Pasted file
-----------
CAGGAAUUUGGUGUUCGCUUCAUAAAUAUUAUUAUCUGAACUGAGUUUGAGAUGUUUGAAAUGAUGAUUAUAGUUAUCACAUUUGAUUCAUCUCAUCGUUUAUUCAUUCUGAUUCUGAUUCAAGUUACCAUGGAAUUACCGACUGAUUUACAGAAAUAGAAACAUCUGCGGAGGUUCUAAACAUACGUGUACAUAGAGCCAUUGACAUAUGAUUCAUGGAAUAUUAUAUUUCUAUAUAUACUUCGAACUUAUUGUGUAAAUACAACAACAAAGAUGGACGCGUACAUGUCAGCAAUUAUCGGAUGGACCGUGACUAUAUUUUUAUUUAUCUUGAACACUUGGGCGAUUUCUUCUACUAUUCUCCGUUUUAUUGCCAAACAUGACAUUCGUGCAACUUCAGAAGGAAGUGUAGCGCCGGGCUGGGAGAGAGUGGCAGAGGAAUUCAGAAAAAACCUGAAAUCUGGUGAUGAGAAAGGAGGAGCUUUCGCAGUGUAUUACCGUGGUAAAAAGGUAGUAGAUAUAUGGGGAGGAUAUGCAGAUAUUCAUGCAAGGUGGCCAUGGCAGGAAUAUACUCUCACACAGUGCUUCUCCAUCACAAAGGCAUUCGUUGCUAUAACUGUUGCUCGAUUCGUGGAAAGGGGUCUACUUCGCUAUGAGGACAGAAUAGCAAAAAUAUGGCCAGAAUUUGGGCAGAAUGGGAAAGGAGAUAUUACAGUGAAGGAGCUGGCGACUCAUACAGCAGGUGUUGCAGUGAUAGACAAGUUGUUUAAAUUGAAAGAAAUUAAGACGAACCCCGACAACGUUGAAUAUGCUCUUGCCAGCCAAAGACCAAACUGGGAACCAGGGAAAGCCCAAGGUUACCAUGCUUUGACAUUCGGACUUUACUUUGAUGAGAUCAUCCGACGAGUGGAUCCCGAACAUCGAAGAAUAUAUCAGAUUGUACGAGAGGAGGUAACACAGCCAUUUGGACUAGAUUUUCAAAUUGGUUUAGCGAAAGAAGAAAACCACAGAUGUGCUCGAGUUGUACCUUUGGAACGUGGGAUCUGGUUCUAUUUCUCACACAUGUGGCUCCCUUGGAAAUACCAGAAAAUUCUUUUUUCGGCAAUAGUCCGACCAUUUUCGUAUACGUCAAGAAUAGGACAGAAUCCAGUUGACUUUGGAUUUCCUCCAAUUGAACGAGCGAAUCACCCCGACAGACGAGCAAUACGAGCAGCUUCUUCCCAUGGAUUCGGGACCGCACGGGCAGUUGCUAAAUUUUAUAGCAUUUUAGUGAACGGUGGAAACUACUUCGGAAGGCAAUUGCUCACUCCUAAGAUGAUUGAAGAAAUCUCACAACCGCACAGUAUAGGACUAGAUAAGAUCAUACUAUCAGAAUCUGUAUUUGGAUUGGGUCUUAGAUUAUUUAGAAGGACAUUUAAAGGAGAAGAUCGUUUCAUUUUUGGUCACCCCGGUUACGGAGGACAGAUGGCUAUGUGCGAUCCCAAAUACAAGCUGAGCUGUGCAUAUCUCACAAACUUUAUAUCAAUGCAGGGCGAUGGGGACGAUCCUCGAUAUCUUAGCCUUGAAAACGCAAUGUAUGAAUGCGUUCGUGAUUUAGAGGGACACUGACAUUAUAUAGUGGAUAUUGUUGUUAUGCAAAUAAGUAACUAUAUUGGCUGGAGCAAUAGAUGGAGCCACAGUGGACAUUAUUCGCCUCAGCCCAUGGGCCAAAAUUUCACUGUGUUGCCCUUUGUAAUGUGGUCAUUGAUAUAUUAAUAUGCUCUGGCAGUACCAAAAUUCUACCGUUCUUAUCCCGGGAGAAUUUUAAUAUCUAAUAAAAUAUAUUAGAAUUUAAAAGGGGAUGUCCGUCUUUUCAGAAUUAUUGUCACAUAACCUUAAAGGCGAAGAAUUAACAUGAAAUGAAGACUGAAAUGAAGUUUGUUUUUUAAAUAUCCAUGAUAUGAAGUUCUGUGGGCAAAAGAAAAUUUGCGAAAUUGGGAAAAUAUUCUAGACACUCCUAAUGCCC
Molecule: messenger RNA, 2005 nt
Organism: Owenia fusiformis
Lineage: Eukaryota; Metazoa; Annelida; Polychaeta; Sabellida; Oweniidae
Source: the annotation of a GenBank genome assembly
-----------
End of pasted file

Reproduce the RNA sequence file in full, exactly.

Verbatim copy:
CAGGAAUUUGGUGUUCGCUUCAUAAAUAUUAUUAUCUGAACUGAGUUUGAGAUGUUUGAAAUGAUGAUUAUAGUUAUCACAUUUGAUUCAUCUCAUCGUUUAUUCAUUCUGAUUCUGAUUCAAGUUACCAUGGAAUUACCGACUGAUUUACAGAAAUAGAAACAUCUGCGGAGGUUCUAAACAUACGUGUACAUAGAGCCAUUGACAUAUGAUUCAUGGAAUAUUAUAUUUCUAUAUAUACUUCGAACUUAUUGUGUAAAUACAACAACAAAGAUGGACGCGUACAUGUCAGCAAUUAUCGGAUGGACCGUGACUAUAUUUUUAUUUAUCUUGAACACUUGGGCGAUUUCUUCUACUAUUCUCCGUUUUAUUGCCAAACAUGACAUUCGUGCAACUUCAGAAGGAAGUGUAGCGCCGGGCUGGGAGAGAGUGGCAGAGGAAUUCAGAAAAAACCUGAAAUCUGGUGAUGAGAAAGGAGGAGCUUUCGCAGUGUAUUACCGUGGUAAAAAGGUAGUAGAUAUAUGGGGAGGAUAUGCAGAUAUUCAUGCAAGGUGGCCAUGGCAGGAAUAUACUCUCACACAGUGCUUCUCCAUCACAAAGGCAUUCGUUGCUAUAACUGUUGCUCGAUUCGUGGAAAGGGGUCUACUUCGCUAUGAGGACAGAAUAGCAAAAAUAUGGCCAGAAUUUGGGCAGAAUGGGAAAGGAGAUAUUACAGUGAAGGAGCUGGCGACUCAUACAGCAGGUGUUGCAGUGAUAGACAAGUUGUUUAAAUUGAAAGAAAUUAAGACGAACCCCGACAACGUUGAAUAUGCUCUUGCCAGCCAAAGACCAAACUGGGAACCAGGGAAAGCCCAAGGUUACCAUGCUUUGACAUUCGGACUUUACUUUGAUGAGAUCAUCCGACGAGUGGAUCCCGAACAUCGAAGAAUAUAUCAGAUUGUACGAGAGGAGGUAACACAGCCAUUUGGACUAGAUUUUCAAAUUGGUUUAGCGAAAGAAGAAAACCACAGAUGUGCUCGAGUUGUACCUUUGGAACGUGGGAUCUGGUUCUAUUUCUCACACAUGUGGCUCCCUUGGAAAUACCAGAAAAUUCUUUUUUCGGCAAUAGUCCGACCAUUUUCGUAUACGUCAAGAAUAGGACAGAAUCCAGUUGACUUUGGAUUUCCUCCAAUUGAACGAGCGAAUCACCCCGACAGACGAGCAAUACGAGCAGCUUCUUCCCAUGGAUUCGGGACCGCACGGGCAGUUGCUAAAUUUUAUAGCAUUUUAGUGAACGGUGGAAACUACUUCGGAAGGCAAUUGCUCACUCCUAAGAUGAUUGAAGAAAUCUCACAACCGCACAGUAUAGGACUAGAUAAGAUCAUACUAUCAGAAUCUGUAUUUGGAUUGGGUCUUAGAUUAUUUAGAAGGACAUUUAAAGGAGAAGAUCGUUUCAUUUUUGGUCACCCCGGUUACGGAGGACAGAUGGCUAUGUGCGAUCCCAAAUACAAGCUGAGCUGUGCAUAUCUCACAAACUUUAUAUCAAUGCAGGGCGAUGGGGACGAUCCUCGAUAUCUUAGCCUUGAAAACGCAAUGUAUGAAUGCGUUCGUGAUUUAGAGGGACACUGACAUUAUAUAGUGGAUAUUGUUGUUAUGCAAAUAAGUAACUAUAUUGGCUGGAGCAAUAGAUGGAGCCACAGUGGACAUUAUUCGCCUCAGCCCAUGGGCCAAAAUUUCACUGUGUUGCCCUUUGUAAUGUGGUCAUUGAUAUAUUAAUAUGCUCUGGCAGUACCAAAAUUCUACCGUUCUUAUCCCGGGAGAAUUUUAAUAUCUAAUAAAAUAUAUUAGAAUUUAAAAGGGGAUGUCCGUCUUUUCAGAAUUAUUGUCACAUAACCUUAAAGGCGAAGAAUUAACAUGAAAUGAAGACUGAAAUGAAGUUUGUUUUUUAAAUAUCCAUGAUAUGAAGUUCUGUGGGCAAAAGAAAAUUUGCGAAAUUGGGAAAAUAUUCUAGACACUCCUAAUGCCC
Molecule: messenger RNA, 2005 nt
Organism: Owenia fusiformis
Lineage: Eukaryota; Metazoa; Annelida; Polychaeta; Sabellida; Oweniidae
Source: the annotation of a GenBank genome assembly